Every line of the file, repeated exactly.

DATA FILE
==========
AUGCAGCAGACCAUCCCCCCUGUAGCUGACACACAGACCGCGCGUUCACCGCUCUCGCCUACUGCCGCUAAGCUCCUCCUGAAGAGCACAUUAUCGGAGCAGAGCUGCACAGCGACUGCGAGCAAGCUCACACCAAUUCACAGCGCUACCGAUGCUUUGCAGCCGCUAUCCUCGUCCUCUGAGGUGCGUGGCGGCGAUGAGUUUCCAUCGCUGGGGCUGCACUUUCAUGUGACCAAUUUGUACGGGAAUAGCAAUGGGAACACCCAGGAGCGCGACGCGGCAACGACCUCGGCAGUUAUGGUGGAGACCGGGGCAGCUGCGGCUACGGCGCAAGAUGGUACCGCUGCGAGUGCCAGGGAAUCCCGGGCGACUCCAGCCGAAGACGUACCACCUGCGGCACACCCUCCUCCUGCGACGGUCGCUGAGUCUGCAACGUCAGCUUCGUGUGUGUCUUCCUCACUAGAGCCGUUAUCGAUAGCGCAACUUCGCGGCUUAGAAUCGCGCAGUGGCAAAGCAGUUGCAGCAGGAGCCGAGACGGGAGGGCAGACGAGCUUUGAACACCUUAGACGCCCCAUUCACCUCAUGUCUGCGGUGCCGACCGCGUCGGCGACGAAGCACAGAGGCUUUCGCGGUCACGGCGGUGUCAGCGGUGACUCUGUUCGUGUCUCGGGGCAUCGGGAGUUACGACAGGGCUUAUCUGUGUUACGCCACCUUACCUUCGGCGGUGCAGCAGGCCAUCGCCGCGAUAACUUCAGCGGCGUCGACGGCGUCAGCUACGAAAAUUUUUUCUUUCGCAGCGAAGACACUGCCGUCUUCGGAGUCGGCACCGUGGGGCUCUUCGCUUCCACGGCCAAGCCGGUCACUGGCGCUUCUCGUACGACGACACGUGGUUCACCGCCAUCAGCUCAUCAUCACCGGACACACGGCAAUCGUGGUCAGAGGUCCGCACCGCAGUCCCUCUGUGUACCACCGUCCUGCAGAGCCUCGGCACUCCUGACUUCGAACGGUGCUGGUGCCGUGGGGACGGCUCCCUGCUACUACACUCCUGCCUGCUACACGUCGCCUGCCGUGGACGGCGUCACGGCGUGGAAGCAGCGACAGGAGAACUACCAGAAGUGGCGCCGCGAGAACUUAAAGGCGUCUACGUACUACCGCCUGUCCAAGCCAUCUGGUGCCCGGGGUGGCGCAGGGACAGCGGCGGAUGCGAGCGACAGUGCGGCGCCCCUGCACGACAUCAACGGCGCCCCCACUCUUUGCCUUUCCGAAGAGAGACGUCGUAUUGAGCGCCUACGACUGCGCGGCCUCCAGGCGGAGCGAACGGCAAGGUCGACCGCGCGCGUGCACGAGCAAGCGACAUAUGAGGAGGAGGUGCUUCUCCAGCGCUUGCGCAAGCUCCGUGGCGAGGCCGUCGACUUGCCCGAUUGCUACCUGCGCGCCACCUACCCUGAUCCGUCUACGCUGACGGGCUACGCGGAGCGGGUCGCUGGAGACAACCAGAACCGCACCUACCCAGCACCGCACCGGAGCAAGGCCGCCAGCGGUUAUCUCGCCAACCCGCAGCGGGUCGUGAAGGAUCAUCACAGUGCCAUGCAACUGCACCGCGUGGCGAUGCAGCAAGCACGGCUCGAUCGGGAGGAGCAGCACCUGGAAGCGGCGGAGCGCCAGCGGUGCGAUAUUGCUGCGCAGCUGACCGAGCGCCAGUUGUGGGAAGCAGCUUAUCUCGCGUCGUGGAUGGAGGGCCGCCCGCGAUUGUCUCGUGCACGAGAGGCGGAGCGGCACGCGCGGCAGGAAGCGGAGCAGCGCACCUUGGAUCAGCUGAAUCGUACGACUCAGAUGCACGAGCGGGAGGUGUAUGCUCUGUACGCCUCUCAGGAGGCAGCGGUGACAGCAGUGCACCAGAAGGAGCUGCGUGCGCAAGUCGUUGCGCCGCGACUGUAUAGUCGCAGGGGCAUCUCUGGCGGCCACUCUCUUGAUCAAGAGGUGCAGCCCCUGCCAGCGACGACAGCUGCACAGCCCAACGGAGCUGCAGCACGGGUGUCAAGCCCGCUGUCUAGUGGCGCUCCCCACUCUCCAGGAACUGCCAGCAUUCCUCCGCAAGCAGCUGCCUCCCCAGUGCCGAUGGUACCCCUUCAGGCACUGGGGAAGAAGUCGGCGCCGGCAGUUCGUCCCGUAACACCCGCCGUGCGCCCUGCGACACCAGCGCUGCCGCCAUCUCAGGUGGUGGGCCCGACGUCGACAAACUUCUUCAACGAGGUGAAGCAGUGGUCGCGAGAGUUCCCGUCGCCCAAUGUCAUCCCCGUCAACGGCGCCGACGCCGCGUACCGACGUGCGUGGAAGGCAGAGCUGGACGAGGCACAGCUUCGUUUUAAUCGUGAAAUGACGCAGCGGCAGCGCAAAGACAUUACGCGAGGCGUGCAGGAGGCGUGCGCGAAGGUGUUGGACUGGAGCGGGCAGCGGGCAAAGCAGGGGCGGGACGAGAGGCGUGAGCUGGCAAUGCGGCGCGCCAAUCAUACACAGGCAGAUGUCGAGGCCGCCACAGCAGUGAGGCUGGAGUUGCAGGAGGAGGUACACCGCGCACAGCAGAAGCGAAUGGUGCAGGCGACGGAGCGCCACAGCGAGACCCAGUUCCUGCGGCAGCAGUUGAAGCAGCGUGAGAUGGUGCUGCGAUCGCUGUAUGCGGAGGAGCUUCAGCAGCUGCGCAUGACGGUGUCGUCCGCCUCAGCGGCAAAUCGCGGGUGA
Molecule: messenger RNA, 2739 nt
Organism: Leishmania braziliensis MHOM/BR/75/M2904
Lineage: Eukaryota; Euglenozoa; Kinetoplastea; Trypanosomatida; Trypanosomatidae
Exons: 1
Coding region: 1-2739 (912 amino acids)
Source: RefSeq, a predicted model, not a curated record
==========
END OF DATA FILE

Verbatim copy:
AUGCAGCAGACCAUCCCCCCUGUAGCUGACACACAGACCGCGCGUUCACCGCUCUCGCCUACUGCCGCUAAGCUCCUCCUGAAGAGCACAUUAUCGGAGCAGAGCUGCACAGCGACUGCGAGCAAGCUCACACCAAUUCACAGCGCUACCGAUGCUUUGCAGCCGCUAUCCUCGUCCUCUGAGGUGCGUGGCGGCGAUGAGUUUCCAUCGCUGGGGCUGCACUUUCAUGUGACCAAUUUGUACGGGAAUAGCAAUGGGAACACCCAGGAGCGCGACGCGGCAACGACCUCGGCAGUUAUGGUGGAGACCGGGGCAGCUGCGGCUACGGCGCAAGAUGGUACCGCUGCGAGUGCCAGGGAAUCCCGGGCGACUCCAGCCGAAGACGUACCACCUGCGGCACACCCUCCUCCUGCGACGGUCGCUGAGUCUGCAACGUCAGCUUCGUGUGUGUCUUCCUCACUAGAGCCGUUAUCGAUAGCGCAACUUCGCGGCUUAGAAUCGCGCAGUGGCAAAGCAGUUGCAGCAGGAGCCGAGACGGGAGGGCAGACGAGCUUUGAACACCUUAGACGCCCCAUUCACCUCAUGUCUGCGGUGCCGACCGCGUCGGCGACGAAGCACAGAGGCUUUCGCGGUCACGGCGGUGUCAGCGGUGACUCUGUUCGUGUCUCGGGGCAUCGGGAGUUACGACAGGGCUUAUCUGUGUUACGCCACCUUACCUUCGGCGGUGCAGCAGGCCAUCGCCGCGAUAACUUCAGCGGCGUCGACGGCGUCAGCUACGAAAAUUUUUUCUUUCGCAGCGAAGACACUGCCGUCUUCGGAGUCGGCACCGUGGGGCUCUUCGCUUCCACGGCCAAGCCGGUCACUGGCGCUUCUCGUACGACGACACGUGGUUCACCGCCAUCAGCUCAUCAUCACCGGACACACGGCAAUCGUGGUCAGAGGUCCGCACCGCAGUCCCUCUGUGUACCACCGUCCUGCAGAGCCUCGGCACUCCUGACUUCGAACGGUGCUGGUGCCGUGGGGACGGCUCCCUGCUACUACACUCCUGCCUGCUACACGUCGCCUGCCGUGGACGGCGUCACGGCGUGGAAGCAGCGACAGGAGAACUACCAGAAGUGGCGCCGCGAGAACUUAAAGGCGUCUACGUACUACCGCCUGUCCAAGCCAUCUGGUGCCCGGGGUGGCGCAGGGACAGCGGCGGAUGCGAGCGACAGUGCGGCGCCCCUGCACGACAUCAACGGCGCCCCCACUCUUUGCCUUUCCGAAGAGAGACGUCGUAUUGAGCGCCUACGACUGCGCGGCCUCCAGGCGGAGCGAACGGCAAGGUCGACCGCGCGCGUGCACGAGCAAGCGACAUAUGAGGAGGAGGUGCUUCUCCAGCGCUUGCGCAAGCUCCGUGGCGAGGCCGUCGACUUGCCCGAUUGCUACCUGCGCGCCACCUACCCUGAUCCGUCUACGCUGACGGGCUACGCGGAGCGGGUCGCUGGAGACAACCAGAACCGCACCUACCCAGCACCGCACCGGAGCAAGGCCGCCAGCGGUUAUCUCGCCAACCCGCAGCGGGUCGUGAAGGAUCAUCACAGUGCCAUGCAACUGCACCGCGUGGCGAUGCAGCAAGCACGGCUCGAUCGGGAGGAGCAGCACCUGGAAGCGGCGGAGCGCCAGCGGUGCGAUAUUGCUGCGCAGCUGACCGAGCGCCAGUUGUGGGAAGCAGCUUAUCUCGCGUCGUGGAUGGAGGGCCGCCCGCGAUUGUCUCGUGCACGAGAGGCGGAGCGGCACGCGCGGCAGGAAGCGGAGCAGCGCACCUUGGAUCAGCUGAAUCGUACGACUCAGAUGCACGAGCGGGAGGUGUAUGCUCUGUACGCCUCUCAGGAGGCAGCGGUGACAGCAGUGCACCAGAAGGAGCUGCGUGCGCAAGUCGUUGCGCCGCGACUGUAUAGUCGCAGGGGCAUCUCUGGCGGCCACUCUCUUGAUCAAGAGGUGCAGCCCCUGCCAGCGACGACAGCUGCACAGCCCAACGGAGCUGCAGCACGGGUGUCAAGCCCGCUGUCUAGUGGCGCUCCCCACUCUCCAGGAACUGCCAGCAUUCCUCCGCAAGCAGCUGCCUCCCCAGUGCCGAUGGUACCCCUUCAGGCACUGGGGAAGAAGUCGGCGCCGGCAGUUCGUCCCGUAACACCCGCCGUGCGCCCUGCGACACCAGCGCUGCCGCCAUCUCAGGUGGUGGGCCCGACGUCGACAAACUUCUUCAACGAGGUGAAGCAGUGGUCGCGAGAGUUCCCGUCGCCCAAUGUCAUCCCCGUCAACGGCGCCGACGCCGCGUACCGACGUGCGUGGAAGGCAGAGCUGGACGAGGCACAGCUUCGUUUUAAUCGUGAAAUGACGCAGCGGCAGCGCAAAGACAUUACGCGAGGCGUGCAGGAGGCGUGCGCGAAGGUGUUGGACUGGAGCGGGCAGCGGGCAAAGCAGGGGCGGGACGAGAGGCGUGAGCUGGCAAUGCGGCGCGCCAAUCAUACACAGGCAGAUGUCGAGGCCGCCACAGCAGUGAGGCUGGAGUUGCAGGAGGAGGUACACCGCGCACAGCAGAAGCGAAUGGUGCAGGCGACGGAGCGCCACAGCGAGACCCAGUUCCUGCGGCAGCAGUUGAAGCAGCGUGAGAUGGUGCUGCGAUCGCUGUAUGCGGAGGAGCUUCAGCAGCUGCGCAUGACGGUGUCGUCCGCCUCAGCGGCAAAUCGCGGGUGA
Molecule: messenger RNA, 2739 nt
Organism: Leishmania braziliensis MHOM/BR/75/M2904
Lineage: Eukaryota; Euglenozoa; Kinetoplastea; Trypanosomatida; Trypanosomatidae
Exons: 1
Coding region: 1-2739 (912 amino acids)
Source: RefSeq, a predicted model, not a curated record